Former presenter Janet Ellis remembers the unbreakable bond between man and dog.
How does a programme reach through the television screen to its audience? Especially when that viewer is a child – the most discerning and easily distracted audience ever. The programme has to talk only to them – and make them feel special. There may be a grown-up in the room, but the successful children’s show has to reflect their curiosity, their sense of fun and their hopes for the future without judgment or irony. If you add animals to the mix, they’ve got to be loyal and messy, lovable and unpredictable – just like real pets (and children, come to that). And you have to make sure you pair them with an owner who is all that and more
Blue Peter got the mix exactly right and the result was magical. From their first appearance together in September 1971, John Noakes and Shep were the perfect double act. John’s boyish enthusiasm was easily matched by his border collie’s appetite for life – as evidenced in that familiar catchphrase: ‘Get down, Shep!’ The two of them could be very naughty. They both loved it when things went wrong and – appropriately – always cheered on the underdog. The questioning of authority and rules that made John so watchable, so funny and so influential was replicated in his devoted pet’s behaviour. And Shep was his pet – make no mistake about it. No ‘just on camera, then off with a handler’ stuff here. It was a real, 24-hours-a-day relationship with that much sought-after quality: chemistry.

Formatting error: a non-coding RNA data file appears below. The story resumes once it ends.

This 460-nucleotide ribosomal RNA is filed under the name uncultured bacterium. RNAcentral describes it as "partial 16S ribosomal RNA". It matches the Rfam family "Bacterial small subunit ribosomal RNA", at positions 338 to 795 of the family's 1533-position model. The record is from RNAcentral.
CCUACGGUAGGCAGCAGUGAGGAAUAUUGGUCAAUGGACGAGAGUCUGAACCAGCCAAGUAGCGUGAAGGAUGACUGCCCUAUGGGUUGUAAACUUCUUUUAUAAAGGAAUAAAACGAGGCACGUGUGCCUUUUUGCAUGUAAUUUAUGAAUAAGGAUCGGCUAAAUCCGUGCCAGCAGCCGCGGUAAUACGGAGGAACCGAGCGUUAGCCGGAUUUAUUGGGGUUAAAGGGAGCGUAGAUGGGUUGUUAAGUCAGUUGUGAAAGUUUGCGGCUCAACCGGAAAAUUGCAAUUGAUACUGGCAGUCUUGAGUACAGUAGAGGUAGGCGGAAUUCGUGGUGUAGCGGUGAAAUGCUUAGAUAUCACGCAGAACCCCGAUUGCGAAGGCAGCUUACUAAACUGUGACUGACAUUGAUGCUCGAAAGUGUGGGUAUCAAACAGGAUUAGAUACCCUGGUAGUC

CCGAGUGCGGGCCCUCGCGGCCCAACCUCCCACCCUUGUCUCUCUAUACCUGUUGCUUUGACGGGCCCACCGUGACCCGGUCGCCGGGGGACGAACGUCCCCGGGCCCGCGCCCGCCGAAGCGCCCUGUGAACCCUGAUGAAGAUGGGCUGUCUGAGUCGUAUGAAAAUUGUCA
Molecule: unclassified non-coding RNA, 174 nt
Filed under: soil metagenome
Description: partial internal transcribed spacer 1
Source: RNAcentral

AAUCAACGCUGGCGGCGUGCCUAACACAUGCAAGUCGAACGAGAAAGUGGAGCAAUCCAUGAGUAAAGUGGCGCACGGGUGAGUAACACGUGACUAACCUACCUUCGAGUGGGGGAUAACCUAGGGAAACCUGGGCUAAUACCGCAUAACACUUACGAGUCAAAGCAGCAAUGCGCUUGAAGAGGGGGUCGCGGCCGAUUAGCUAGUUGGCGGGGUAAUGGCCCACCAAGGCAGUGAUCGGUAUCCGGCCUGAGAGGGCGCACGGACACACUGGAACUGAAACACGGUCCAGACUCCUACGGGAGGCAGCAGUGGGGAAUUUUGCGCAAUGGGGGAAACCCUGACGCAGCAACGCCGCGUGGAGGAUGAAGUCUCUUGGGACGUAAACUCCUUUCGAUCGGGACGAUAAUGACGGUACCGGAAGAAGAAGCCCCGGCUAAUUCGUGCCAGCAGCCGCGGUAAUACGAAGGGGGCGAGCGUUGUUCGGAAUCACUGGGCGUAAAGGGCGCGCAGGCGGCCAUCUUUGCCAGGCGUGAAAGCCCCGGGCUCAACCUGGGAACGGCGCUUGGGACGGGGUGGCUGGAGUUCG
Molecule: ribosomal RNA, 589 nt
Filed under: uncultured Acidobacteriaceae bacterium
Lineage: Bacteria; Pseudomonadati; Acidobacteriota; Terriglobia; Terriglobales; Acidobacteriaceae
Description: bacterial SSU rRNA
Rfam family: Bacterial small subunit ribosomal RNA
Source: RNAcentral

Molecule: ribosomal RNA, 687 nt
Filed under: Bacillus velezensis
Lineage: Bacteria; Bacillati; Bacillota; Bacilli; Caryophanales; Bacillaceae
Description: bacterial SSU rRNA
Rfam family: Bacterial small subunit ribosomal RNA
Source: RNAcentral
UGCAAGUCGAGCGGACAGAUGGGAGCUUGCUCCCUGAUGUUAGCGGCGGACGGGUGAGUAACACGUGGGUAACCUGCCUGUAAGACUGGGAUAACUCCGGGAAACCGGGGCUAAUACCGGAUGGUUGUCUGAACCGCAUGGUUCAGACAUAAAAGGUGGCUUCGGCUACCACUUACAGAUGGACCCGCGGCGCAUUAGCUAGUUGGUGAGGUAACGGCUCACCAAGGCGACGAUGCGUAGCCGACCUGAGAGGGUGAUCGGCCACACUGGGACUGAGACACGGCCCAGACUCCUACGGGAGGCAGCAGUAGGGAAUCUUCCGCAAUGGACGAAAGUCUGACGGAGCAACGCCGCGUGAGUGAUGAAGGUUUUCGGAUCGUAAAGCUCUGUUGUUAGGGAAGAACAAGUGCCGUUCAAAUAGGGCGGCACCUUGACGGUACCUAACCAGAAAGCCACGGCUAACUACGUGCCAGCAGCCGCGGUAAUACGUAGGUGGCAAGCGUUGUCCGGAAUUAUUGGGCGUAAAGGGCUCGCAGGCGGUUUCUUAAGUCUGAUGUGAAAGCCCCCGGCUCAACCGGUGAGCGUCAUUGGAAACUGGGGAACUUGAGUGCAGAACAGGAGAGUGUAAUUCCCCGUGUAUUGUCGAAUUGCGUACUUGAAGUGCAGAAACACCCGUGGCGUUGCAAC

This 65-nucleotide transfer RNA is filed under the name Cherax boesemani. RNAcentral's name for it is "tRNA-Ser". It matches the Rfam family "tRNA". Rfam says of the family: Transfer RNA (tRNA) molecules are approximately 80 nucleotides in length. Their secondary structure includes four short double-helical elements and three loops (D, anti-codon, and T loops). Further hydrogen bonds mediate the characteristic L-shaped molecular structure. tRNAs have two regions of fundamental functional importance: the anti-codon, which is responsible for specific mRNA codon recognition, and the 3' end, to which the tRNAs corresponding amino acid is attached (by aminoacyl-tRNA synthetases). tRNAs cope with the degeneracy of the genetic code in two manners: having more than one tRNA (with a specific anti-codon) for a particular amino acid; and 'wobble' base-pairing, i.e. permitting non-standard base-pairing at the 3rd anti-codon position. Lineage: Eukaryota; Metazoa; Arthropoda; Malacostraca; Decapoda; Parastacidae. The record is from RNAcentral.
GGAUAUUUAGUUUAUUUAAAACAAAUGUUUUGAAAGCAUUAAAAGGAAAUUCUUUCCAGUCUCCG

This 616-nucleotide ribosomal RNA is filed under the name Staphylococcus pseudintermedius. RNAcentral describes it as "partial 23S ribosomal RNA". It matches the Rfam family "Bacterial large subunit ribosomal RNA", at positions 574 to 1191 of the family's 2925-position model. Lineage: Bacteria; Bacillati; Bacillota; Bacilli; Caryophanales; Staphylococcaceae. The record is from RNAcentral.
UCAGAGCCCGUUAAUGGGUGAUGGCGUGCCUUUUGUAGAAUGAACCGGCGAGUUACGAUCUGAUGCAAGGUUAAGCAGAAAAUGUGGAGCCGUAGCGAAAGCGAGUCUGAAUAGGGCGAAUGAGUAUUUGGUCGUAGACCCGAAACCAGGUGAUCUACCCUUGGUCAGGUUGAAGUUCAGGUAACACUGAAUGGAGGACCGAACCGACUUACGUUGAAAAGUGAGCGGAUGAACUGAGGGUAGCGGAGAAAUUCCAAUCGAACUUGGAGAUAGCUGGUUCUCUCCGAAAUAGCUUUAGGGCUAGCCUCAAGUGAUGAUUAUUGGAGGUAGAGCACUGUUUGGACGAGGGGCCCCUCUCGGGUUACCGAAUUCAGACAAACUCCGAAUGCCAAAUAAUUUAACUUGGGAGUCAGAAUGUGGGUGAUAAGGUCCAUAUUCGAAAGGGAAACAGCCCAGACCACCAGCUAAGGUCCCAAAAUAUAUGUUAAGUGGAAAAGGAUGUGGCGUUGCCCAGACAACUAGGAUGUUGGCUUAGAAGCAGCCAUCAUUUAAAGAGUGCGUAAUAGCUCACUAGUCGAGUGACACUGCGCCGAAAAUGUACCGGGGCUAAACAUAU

Like all the best partnerships, they knew each other well and loved each other’s work. Live television can be chaotic but nothing fazed these two and because they were so at ease, we could relax as well. Not all dogs take to the studio. Hardly any presenters live on in so many memories. I can see them, playful and unforgettable, in countless joyful recordings but, most of all, I hold them in my heart.
Also that month…
- Actor Martin Freeman, right (Sherlock, The Hobbit), was born.
- John Lennon started life in New York, never to return to the UK.
- Showjumper Harvey Smith was cleared of making an offensive gesture at Hickstead after using the ‘V’ sign.
- Lord Snowdon was fined £20 for driving carelessly when his car, carrying Princess Margaret and their two children, collided with a photographer.
- The Old Grey Whistle Test music show made its debut on BBC2.